Online Learning

Endometriosis and Adenomyosis: identification and management in a rural setting

Dr Albert Jung is a gynaecologist specialising in advanced laparoscopic gynaecological surgery. His interests lie in the treatment and management of endometriosis, abnormal uterine bleeding, pelvic pain, uterine fibroids, cysts and infertility. He is a reviewer for the Australian and New Zealand Journal of Obstetrics and Gynaecology (ANZJOG), and serves as a Senior Lecturer and mentor for the University of Queensland Medical School. The recorded workshop also features the perspectives of patients in a presentation delivered by QENDO, the peak organisation for those affected by endometriosis, adenomyosis, PCOS, infertility or pelvic pain. A certificate is available after successful completion of the quiz found below the video.

Learning Outcomes:

  1. Discuss the barriers to healthcare experienced by patients with endometriosis and/or adenomyosis.
  2. Identify and recognise the signs and symptoms of endometriosis and adenomyosis.
  3. Explain the pathophysiology of endometriosis and adenomyosis.
  4. Identify the risk factors of endometriosis and adenomyosis.
  5. Interpret investigations into endometriosis and adenomyosis.
  6. Assess the need for referral of patients with suspected or diagnosed endometriosis and/or adenomyosis.

Endometriosis and Adenomyosis: identification and management in a rural setting

Please complete this quiz in order to receive your certificate

1 / 20

A multidisciplinary approach reduces ED presentation and reduces opioid use in patients with endometriosis.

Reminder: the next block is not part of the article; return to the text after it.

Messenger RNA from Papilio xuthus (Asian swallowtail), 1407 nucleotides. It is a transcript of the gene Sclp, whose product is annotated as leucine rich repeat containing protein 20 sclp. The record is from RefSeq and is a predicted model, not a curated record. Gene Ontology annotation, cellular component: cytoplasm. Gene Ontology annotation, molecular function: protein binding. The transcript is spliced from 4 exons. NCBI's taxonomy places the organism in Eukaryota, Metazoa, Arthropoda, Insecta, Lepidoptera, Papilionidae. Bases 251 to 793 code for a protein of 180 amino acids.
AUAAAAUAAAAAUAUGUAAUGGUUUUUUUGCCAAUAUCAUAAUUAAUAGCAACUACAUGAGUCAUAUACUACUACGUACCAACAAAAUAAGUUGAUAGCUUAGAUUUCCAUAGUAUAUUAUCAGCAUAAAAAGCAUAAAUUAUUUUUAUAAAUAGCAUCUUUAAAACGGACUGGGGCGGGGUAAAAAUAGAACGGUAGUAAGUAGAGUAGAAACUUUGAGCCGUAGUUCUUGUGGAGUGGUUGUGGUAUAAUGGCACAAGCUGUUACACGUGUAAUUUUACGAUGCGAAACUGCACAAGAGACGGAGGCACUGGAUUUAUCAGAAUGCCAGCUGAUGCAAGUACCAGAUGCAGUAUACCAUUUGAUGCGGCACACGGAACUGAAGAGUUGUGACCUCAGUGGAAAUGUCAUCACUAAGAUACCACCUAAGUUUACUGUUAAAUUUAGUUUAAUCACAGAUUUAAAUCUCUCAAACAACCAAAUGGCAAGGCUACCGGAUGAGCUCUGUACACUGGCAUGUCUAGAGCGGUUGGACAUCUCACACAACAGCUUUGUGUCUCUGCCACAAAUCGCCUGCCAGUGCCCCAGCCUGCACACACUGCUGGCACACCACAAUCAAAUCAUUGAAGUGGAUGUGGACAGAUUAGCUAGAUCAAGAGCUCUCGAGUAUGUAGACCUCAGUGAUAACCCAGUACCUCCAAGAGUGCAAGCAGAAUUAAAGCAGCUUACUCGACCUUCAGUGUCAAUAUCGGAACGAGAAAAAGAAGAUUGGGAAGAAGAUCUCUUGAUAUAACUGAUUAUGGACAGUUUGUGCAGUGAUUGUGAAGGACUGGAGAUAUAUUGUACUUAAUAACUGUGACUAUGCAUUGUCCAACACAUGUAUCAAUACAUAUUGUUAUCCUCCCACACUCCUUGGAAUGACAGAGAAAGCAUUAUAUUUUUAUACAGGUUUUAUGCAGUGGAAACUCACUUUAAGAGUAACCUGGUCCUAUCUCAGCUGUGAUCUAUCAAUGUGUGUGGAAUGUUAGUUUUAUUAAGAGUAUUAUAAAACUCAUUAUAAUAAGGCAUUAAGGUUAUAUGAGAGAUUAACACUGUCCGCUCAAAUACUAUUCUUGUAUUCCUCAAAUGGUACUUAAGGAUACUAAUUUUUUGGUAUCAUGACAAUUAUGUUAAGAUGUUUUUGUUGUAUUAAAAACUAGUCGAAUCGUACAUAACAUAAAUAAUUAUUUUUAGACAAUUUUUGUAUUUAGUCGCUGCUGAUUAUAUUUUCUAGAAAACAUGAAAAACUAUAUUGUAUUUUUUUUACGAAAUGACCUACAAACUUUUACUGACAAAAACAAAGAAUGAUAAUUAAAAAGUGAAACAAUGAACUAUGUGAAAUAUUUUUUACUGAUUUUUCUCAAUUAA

2 / 20

Which of the following is NOT a possible symptom of endometriosis?

3 / 20

Pregnancy is a treatment for endometriosis

4 / 20

What factors can hinder rural patients in receiving treatment for endometriosis and adenomyosis?

5 / 20

In the QENDO survey, what was the most common answer (46.2%) to this question: "How many GPs did you need to see to get assistance with your period?"

6 / 20

What are the benefits of an MRI scan when compared to an Ultrasound scan?

7 / 20

What percentage of women with pelvic pain have endometriosis?

8 / 20

Which factors influence the risk of recurrence?

9 / 20

Why is excision considered preferable to ablation as a surgical intervention for endometriosis?

10 / 20

Which is the most recent theory to explain the pathophysiology of endometriosis?

11 / 20

Endometriosis affects 1 in every ____ women

12 / 20

Which of the following is suggestive of Adenomyosis?

13 / 20

Women who have a ______ diagnosed with endometriosis are 7 times more likely to also have a diagnosis of endometriosis.

14 / 20

If an ultrasound scan identifies bilateral endometriomas, there is a <1% chance that there is only ovarian involvement.

15 / 20

What are the four main pain symptoms of endometriosis?

16 / 20

Which of the following should be avoided when managing endometriosis?

17 / 20

Adenomyosis is ectopic endometrial-type tissue in the uterine wall.

18 / 20

What should you request the sonographer include in their report when investigating endometriosis through ultrasound?

19 / 20

Endometriosis is ectopic endometrial glands and stroma outside of the uterine cavity.

20 / 20

Endometriosis is pre-cancerous

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